Burnham and Tyler have a WAY too easy time sneaking on board the Klingon ship — and onto the Klingon bridge, for heavens sake!  The two sensors they left were ridiculously loud — maybe turn off the audio and blinking lights on these supposedly covert devices?  That was laughable.  I was glad to see Tyler’s PTSD affect the story, but the way he was able to shake it off as soon as he heard that Burnham was in trouble was silly; I don’t think that’s how PTSD really works.  Kol was defeated way too easily; both in how Burnham was able to be a match for him in single combat (which is ludicrous — Kol would not have risen to be the head of his house without his being a master fighter), and in the way that, after all this buildup since the premiere, Discovery was able to destroy the Ship of the Dead so easily.

I hated the narrative sloppiness a few episodes ago of having Cornwell discover how messed up Lorca was and vow to remove him from command (which of course is what Starfleet should have done long ago) only to neglect to contact Starfleet to tell them before going off on her doomed mission to contact the Klingons.  The same stupidity rears its head here, in which we hear at the end of the episode that, for some reason, after going through hell to acquire the secret of the Klingon cloaking device, Discovery has not yet transmitted that information to the rest of Starfleet.  Then there is Stamets’ ridiculous “one last time” use of the Spore Drive.  OF COURSE we know something will go terribly wrong.  This is such over-simplistic, cliche story-telling.  Be smarter, Discovery!!!

After spending so much time building up the Pahvans last week, why do those aliens play zero part in this episode?  (I had been interesting to see how they would attempt to mediate the Klingon-Federation conflict.)  Why is there no follow-up to what Saru went through last week?  (Saru also has almost nothing to do in this week’s episode.)

The show plays Lorca’s speech about how he turned the Discovery’s crew of polite scientists into fierce warriors as a climactic, happy moment, but I was cringing.  That feels like a tragedy, not a celebration!  That is not what Star Trek stands for!  As I have been asking since the beginning about Discovery, is the show playing the long game here?  By the end of the season, will the Discovery crew eventually realize that Lorca is bad, and Star Trek’s traditional positive values will triumph?  Or is this just bad Star Trek storytelling??  Right now it feels like the latter, but we’ll see…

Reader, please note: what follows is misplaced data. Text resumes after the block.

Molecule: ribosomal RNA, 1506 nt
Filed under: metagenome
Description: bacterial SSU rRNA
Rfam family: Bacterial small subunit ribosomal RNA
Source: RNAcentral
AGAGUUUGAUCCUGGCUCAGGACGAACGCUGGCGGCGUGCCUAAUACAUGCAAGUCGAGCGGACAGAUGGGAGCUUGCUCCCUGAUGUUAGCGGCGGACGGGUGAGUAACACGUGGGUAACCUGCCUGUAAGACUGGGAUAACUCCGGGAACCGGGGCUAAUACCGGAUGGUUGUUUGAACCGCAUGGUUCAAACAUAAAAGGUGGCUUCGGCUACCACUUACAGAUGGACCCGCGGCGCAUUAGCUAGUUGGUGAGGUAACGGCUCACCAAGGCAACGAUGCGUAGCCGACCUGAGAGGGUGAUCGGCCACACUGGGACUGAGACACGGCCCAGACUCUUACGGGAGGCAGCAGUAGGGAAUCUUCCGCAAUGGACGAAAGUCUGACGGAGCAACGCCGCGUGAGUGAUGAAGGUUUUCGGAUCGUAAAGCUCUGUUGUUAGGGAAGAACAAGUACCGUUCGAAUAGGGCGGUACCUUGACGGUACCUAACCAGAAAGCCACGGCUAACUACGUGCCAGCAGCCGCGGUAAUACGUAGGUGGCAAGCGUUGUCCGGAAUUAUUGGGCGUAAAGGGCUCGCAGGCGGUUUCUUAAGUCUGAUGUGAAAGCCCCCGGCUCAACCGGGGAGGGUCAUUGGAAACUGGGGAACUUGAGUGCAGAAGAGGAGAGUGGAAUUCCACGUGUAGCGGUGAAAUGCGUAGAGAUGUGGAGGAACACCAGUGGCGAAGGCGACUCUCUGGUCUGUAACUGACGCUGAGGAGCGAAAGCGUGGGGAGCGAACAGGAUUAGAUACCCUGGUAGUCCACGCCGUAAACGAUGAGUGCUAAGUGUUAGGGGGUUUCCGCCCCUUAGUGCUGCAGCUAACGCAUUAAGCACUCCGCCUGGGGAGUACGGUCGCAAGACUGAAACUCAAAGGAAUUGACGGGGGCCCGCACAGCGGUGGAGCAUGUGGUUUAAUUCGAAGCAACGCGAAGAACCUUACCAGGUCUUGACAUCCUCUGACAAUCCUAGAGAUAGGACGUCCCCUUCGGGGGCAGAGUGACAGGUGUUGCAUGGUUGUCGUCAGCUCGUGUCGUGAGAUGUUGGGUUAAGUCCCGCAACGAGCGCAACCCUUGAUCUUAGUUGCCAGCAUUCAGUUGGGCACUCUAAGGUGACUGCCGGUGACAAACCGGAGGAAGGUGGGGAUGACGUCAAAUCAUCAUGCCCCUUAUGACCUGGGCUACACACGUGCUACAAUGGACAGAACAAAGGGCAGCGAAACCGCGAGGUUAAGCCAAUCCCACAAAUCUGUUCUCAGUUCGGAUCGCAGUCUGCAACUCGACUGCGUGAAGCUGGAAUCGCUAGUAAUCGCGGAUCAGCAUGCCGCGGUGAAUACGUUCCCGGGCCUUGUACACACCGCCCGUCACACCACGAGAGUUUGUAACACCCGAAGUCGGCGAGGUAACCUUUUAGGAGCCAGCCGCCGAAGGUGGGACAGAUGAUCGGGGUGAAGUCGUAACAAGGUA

I was a little let down by the cliffhanger.  After the earlier scene mentioning parallel universes, as the music swelled and the camera pulled back from Discovery in that final shot, I thought we’d see something really shocking or surprising, maybe involving time travel or alternate universes… maybe the I.S.S. Enterprise or something like that.  But no, just some debris.  That didn’t really have an impact for me.

I was happy that we finally got to hear the Klingons speaking English, in the extended sequence in which Burnham confronted Kol.  Suddenly here was a Klingon character on the show who was able to put some emotion into his words!  It was nice to see, an illustrates by comparison how still all the previous Klingon scenes have been.  But, of course, the plot device used for this to happen doesn’t work.  We see Burnham use the universal translator to allow her to understand Klingon.  OK, good so far.  Then, in a clever bit of sound design, we hear the echo of the original Klingon words being translated into English.  Very cool.  But then Burnham sets the translator down, and yet she (and we) are somehow still able to hear and understand the Klingons.  That doesn’t really make any sense!  If you’ve gone to the trouble to establish that Burnham can only understand the Klingons by use of the translator in her communicator, you can’t then have her discard that communicator and still understand the Klingons!

Stamets and Culber’s on-screen kiss was a great Trek milestone.  That Klingon nudity, though, was a milestone I didn’t need.  It felt gratuitous and borderline silly, like Discovery turned into Species there for a minute.

There has been a lot to enjoy in these first nine episodes of Discovery, but also a lot that is hugely frustrating.  As a point of comparison, it is certainly true that when you look at the first nine episodes of all the other Trek series, you see that pretty much every other Trek show struggled at the beginning.  (The Original Series probably has the strongest initial run of episodes of all the various Trek shows.)  But in today’s modern television landscape, and because there was such a long build-up and prep-time for this new Trek series, and also because Discovery has a shorter first-season run than the previous shows, my expectations were higher that this show would be stronger out of the gate.  But I will do my best to keep my mind open as I look forward to the show’s final batch of five episodes, coming in 2018.  I very much hope that they will stick the landing on this first round of stories, and that we will gain a better understanding why this show is set in the prequel era and what it has been building toward. (I hope it has been building towards SOMETHING!!)